The Pirate Party wants you to vote for diarrhea

The word for diarrhea in Hebrew, 'shilshul,' shares a root with 'leshalshel,' to drop, the term used for putting the slips of paper used for voting in Israeli elections into ballot boxes.

The Pirate Party, March 11, 2019 (Lahav Harkov)
Complaints abound that negative campaigning has driven this election into the gutter, but there is one party that is aiming for the toilet: The Pirate Party.
The party is part of an international movement, but its official name for Israel’s April 9 election is now “The Pirates led by the Internet, a note for diarrhea,” after the Central Elections Committee authorized party names on Sunday.
The word for diarrhea in Hebrew, shilshul, shares a root with leshalshel, to drop, the term used for putting the slips of paper used for voting in Israeli elections into ballot boxes.
When The Pirates proposed the name to the committee last month, its director-general Orly Ades burst out laughing.
A Likud representative said she opposes the name, saying it “shames democracy,” and Likud MK David Bitan, another of the party’s representatives on the committee, said that if The Pirates merge with Meretz, whose name means vigor, the new party name would be “vigorous diarrhea.”
Committee chairman Justice Hanan Melcer said he “can’t find any grounds for disqualifying” the name, though he pointed out that it is grammatically incorrect.
The Pirates, led by Ohad Shemtov and Noam Kozer, presented themselves to the committee in pirate-style hats and shirts featuring skulls and crossbones.
Shemtov and Kozer, in an interview with The Jerusalem Post last month, spoke of cutting waste and flushing out corruption.
“We believe that instead of putting pieces of paper into cardboard boxes, we can use the Internet to make better policy,” Kozer said: “to fight corruption and transparency and keep the citizens’ privacy and welfare.”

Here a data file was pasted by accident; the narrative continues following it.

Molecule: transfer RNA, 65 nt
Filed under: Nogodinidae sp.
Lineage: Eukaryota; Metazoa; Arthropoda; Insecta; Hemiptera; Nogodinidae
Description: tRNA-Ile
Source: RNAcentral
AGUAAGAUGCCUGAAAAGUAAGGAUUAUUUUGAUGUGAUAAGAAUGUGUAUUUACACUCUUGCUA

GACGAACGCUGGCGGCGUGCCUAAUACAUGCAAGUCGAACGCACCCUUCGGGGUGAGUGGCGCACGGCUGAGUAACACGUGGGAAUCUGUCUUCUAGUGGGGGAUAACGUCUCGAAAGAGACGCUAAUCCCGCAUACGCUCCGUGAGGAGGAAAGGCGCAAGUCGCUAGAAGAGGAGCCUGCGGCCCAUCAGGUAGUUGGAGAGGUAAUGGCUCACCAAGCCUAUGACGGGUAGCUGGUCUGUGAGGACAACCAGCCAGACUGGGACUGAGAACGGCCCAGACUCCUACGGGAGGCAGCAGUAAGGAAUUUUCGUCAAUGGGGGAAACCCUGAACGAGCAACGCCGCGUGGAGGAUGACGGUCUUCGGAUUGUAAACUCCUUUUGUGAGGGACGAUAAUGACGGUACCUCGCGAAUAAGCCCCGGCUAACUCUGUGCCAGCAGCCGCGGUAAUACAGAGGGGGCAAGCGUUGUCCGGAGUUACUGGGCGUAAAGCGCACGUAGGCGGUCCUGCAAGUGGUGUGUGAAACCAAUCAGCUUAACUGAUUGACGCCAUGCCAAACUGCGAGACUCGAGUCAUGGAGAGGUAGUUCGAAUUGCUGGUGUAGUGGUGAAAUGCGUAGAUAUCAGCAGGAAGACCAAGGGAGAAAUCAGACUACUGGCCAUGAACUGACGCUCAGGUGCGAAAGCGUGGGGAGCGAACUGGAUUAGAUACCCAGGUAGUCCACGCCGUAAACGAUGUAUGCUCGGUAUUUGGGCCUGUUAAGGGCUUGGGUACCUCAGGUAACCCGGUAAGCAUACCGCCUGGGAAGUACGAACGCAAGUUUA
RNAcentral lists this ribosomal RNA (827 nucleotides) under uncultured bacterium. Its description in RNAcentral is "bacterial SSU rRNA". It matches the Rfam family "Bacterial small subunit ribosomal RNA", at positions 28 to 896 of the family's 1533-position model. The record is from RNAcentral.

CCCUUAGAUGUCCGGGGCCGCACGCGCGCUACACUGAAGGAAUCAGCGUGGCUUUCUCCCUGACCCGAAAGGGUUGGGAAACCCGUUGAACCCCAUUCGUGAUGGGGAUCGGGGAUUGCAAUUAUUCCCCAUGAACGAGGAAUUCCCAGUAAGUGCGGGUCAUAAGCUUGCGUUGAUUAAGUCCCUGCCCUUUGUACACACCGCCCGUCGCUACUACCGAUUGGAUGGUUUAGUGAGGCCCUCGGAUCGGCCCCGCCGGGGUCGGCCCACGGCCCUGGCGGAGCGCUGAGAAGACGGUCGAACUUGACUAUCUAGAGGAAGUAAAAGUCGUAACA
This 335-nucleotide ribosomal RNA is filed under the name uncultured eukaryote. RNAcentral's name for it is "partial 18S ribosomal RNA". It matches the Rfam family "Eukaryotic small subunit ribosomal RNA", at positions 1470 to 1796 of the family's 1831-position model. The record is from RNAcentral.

But the duo was also highly focused on another aspect of its platform.
“We are very much into legalization of cannabis,” Kozer said.
“We smoke weed all the time!” Shemtov admitted.
“Only in legal times,” Kozer interjected. “I think most people in Israel and abroad are aware that the status of cannabis as an illegal substance is wrong.”
In February, Kozer and Shemtov brought to the Knesset Dr. Keith Goldstein, secretary-general of Pirate Parties International, an Israeli citizen working on a post-doctorate at Hebrew University.
The website of Pirate Parties International, which coordinates like-minded parties in 37 countries, including some in which the party has members of parliament, says that they advocate for “the protection of human rights and fundamental freedoms in the digital age, consumer and authors’ rights-oriented reform of copyright and related rights, support for information privacy, transparency and free access to information.”
This is the Pirates’ third election in Israel, and they have come close to reaching the threshold that would get their representatives in the Knesset, which means that votes for diarrhea next month may very well be figuratively flushed down the toilet.